Poway-headquartered NeoVolta (Nasdaq: NEOV), designer, developer and manufacturer of energy storage systems for residential and small business customers, is fired up about the future.
Founded by retired Marine Corps Col. Brent Willson in 2018, NeoVolta was initially financed with seed capital by a small group of investors to get it off the ground, and its first system was billed July 2019.
Since its inception, the company has installed more than $15 million in systems.
“From an idea on a porch in La Jolla to a Nasdaq-listed company with customers across the country in just over four years,” says NeoVolta CFO Steve Bond. “From a financial perspective, I feel very confident in the future of NeoVolta. We are very close to cash flow positive, have a lean, scalable operation and have a clean capital structure to provide flexibility in funding for growth.”
Willson said he brainstormed the idea while he was still on active duty, and first operated the business out of a house in La Jolla.
Since it began, he said, “we’ve been knocking down one challenge after another while getting to marker, on the stock market, obtaining four patents, and showing the much bigger competition how to innovate. I’m really proud of that.”
Despite struggling through some challenges related to the COVID pandemic, Neovolta went public and landed a spot on Nasdaq in July 2022 and is also part of the Russell Microcap Index, an esteemed performance benchmark for emerging U.S. companies.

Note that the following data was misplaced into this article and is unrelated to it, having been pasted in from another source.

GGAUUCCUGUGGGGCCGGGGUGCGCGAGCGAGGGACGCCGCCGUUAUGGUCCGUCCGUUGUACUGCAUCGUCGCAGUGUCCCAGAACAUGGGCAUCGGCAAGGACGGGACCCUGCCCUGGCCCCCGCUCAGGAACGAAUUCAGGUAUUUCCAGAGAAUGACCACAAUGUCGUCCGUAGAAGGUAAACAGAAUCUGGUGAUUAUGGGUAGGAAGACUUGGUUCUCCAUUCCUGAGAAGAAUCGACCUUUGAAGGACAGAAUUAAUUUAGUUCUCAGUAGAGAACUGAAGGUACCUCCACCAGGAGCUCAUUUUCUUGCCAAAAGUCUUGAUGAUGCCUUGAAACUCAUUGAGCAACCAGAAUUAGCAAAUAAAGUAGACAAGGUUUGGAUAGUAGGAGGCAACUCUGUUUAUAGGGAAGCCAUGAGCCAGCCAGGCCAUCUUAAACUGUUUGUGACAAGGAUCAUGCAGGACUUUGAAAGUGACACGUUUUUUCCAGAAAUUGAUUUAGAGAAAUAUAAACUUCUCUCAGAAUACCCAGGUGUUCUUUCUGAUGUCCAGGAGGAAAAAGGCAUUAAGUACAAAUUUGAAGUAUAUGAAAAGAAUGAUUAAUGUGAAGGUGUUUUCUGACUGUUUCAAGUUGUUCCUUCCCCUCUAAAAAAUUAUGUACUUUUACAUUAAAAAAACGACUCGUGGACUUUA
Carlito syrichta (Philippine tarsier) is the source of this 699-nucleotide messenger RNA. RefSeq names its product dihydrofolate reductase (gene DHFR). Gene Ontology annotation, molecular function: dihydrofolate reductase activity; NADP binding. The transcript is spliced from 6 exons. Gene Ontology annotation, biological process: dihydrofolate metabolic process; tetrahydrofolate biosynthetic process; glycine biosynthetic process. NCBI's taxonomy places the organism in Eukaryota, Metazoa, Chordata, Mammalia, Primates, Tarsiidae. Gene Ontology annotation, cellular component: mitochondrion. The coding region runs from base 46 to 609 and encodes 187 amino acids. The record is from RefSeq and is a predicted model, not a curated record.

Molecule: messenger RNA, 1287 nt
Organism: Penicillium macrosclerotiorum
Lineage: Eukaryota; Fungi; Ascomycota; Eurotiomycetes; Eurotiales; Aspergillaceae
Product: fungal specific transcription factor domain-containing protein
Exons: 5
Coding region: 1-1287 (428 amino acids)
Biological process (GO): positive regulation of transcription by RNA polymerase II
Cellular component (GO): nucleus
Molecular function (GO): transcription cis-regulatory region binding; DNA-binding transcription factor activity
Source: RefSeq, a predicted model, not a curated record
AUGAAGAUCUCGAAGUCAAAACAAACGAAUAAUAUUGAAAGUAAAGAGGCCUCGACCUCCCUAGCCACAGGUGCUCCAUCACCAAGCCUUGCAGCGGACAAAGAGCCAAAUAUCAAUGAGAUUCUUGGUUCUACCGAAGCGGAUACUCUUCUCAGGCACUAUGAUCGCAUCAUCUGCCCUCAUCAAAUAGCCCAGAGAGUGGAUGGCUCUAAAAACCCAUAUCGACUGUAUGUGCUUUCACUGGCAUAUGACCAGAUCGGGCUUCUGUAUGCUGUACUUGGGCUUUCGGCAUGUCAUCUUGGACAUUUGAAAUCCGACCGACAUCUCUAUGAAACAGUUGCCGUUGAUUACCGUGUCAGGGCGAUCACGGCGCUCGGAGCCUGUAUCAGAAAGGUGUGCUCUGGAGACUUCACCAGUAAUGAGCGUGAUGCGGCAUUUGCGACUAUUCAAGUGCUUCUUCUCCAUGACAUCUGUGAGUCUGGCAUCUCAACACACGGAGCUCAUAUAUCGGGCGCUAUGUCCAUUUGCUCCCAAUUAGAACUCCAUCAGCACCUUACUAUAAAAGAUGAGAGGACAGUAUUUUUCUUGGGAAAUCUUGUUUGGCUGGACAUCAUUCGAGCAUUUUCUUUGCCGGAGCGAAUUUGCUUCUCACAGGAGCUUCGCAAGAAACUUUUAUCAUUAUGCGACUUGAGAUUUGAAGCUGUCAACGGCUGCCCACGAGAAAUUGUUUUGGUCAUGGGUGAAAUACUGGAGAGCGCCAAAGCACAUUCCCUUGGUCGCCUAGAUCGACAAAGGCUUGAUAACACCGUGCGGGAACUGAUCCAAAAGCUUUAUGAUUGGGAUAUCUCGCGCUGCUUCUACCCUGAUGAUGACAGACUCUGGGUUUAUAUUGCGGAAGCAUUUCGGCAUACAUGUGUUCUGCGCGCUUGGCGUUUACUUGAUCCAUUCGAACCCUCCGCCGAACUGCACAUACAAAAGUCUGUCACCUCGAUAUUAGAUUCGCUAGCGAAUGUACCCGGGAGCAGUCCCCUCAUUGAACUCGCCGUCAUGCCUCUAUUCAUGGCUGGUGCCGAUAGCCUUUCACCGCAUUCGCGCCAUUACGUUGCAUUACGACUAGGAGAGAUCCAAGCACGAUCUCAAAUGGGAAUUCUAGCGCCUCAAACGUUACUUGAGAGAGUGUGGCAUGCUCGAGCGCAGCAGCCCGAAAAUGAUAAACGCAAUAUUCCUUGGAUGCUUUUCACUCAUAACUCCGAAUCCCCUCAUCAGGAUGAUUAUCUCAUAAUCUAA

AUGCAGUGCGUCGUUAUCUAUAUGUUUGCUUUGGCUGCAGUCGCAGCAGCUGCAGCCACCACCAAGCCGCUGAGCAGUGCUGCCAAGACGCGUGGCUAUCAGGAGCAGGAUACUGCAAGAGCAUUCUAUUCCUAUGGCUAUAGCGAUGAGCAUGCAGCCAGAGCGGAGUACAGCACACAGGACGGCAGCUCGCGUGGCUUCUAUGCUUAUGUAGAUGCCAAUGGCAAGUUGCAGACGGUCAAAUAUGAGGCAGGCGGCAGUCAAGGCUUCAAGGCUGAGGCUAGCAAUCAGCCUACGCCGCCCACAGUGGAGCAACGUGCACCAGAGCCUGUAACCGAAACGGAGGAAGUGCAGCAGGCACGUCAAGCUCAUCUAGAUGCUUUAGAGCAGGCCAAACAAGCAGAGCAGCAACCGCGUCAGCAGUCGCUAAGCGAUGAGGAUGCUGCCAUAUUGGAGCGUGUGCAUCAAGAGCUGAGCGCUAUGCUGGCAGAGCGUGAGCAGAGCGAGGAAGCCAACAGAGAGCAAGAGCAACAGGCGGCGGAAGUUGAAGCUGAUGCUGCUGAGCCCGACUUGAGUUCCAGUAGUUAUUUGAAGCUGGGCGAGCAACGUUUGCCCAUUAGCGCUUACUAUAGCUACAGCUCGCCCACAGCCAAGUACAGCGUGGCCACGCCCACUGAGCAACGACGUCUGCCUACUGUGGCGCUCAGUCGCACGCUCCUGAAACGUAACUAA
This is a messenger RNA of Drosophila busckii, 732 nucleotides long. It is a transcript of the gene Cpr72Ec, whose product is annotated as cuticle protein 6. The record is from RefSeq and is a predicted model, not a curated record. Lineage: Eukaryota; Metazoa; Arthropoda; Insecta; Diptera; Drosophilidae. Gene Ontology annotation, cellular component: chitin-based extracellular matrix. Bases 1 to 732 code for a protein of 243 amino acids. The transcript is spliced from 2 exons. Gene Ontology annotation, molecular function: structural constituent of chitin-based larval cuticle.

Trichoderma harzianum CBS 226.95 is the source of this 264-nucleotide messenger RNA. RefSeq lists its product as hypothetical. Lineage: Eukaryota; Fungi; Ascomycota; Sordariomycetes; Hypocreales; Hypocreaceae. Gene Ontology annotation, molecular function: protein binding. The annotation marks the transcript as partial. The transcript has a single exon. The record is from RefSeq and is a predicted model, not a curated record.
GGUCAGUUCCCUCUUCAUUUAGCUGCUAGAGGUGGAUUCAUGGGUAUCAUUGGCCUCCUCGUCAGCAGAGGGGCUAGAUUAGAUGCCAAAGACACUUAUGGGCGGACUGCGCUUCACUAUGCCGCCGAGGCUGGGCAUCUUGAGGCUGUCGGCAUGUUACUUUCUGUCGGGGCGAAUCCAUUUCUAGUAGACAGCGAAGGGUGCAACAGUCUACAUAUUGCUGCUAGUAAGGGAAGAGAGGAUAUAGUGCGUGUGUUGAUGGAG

The company with its just six employees is now giving behemoth clean energy companies like Tesla a run for their money.
NeoVolta’s product, called NV14, is the company’s alternative to the Tesla Powerwall. While the total cost depends on a homeowner’s solar configuration, the NV14’s cost generally falls below the median residential storage cost, NeoVolta CRO Ryan Green said.
Green said the company’s customers are primarily certified solar installers and electricians adding energy storage to their customers’ solar projects.
He said what makes NeoVolta so successful is that it holds many competitive advantages over other systems on the market.
“Our system cannot catch on fire,” Green said. “There is zero fire risk or thermal runaway because of our Lithium-Iron chemistry. We have the longest battery life – over 16 years, and fastest installation – why installers love us. We provide the highest quality of life, since our system has one of the largest inverters which powers at least 14 circuits if the grid goes down. And we are the most affordable system on the market.”
Jim Sprouse is Chief Revenue Officer at SolarTech in El Cajon, which installs solar systems locally. He said supplying customers with the highest quality and most efficient batteries is its top priority.
“Neovolta meets our standards,” Sprouse said. “We also rank our vendors on customer care. Neovolta ranks at the top of the list with their ‘Customer First’ ethos and true desire to serve the needs of the customer to ensure their systems are working during blackouts and other events that require battery backup.”